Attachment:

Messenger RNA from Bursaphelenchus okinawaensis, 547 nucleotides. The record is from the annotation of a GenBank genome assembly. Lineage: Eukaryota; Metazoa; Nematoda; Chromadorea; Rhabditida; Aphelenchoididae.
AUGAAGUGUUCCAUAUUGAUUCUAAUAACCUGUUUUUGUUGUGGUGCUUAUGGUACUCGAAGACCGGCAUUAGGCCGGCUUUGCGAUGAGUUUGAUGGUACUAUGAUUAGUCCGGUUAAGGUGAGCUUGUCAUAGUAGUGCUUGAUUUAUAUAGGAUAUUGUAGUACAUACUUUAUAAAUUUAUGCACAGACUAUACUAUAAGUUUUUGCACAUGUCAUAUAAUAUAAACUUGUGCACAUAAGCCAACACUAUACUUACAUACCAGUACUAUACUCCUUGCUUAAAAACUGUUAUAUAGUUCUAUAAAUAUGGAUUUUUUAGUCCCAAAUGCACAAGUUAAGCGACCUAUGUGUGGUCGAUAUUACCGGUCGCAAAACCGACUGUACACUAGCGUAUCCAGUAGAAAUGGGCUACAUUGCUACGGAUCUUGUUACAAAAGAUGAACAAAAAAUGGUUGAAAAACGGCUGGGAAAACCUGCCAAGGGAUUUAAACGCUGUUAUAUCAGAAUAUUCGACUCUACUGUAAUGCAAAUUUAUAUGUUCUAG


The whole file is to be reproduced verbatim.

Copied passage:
Messenger RNA from Bursaphelenchus okinawaensis, 547 nucleotides. The record is from the annotation of a GenBank genome assembly. Lineage: Eukaryota; Metazoa; Nematoda; Chromadorea; Rhabditida; Aphelenchoididae.
AUGAAGUGUUCCAUAUUGAUUCUAAUAACCUGUUUUUGUUGUGGUGCUUAUGGUACUCGAAGACCGGCAUUAGGCCGGCUUUGCGAUGAGUUUGAUGGUACUAUGAUUAGUCCGGUUAAGGUGAGCUUGUCAUAGUAGUGCUUGAUUUAUAUAGGAUAUUGUAGUACAUACUUUAUAAAUUUAUGCACAGACUAUACUAUAAGUUUUUGCACAUGUCAUAUAAUAUAAACUUGUGCACAUAAGCCAACACUAUACUUACAUACCAGUACUAUACUCCUUGCUUAAAAACUGUUAUAUAGUUCUAUAAAUAUGGAUUUUUUAGUCCCAAAUGCACAAGUUAAGCGACCUAUGUGUGGUCGAUAUUACCGGUCGCAAAACCGACUGUACACUAGCGUAUCCAGUAGAAAUGGGCUACAUUGCUACGGAUCUUGUUACAAAAGAUGAACAAAAAAUGGUUGAAAAACGGCUGGGAAAACCUGCCAAGGGAUUUAAACGCUGUUAUAUCAGAAUAUUCGACUCUACUGUAAUGCAAAUUUAUAUGUUCUAG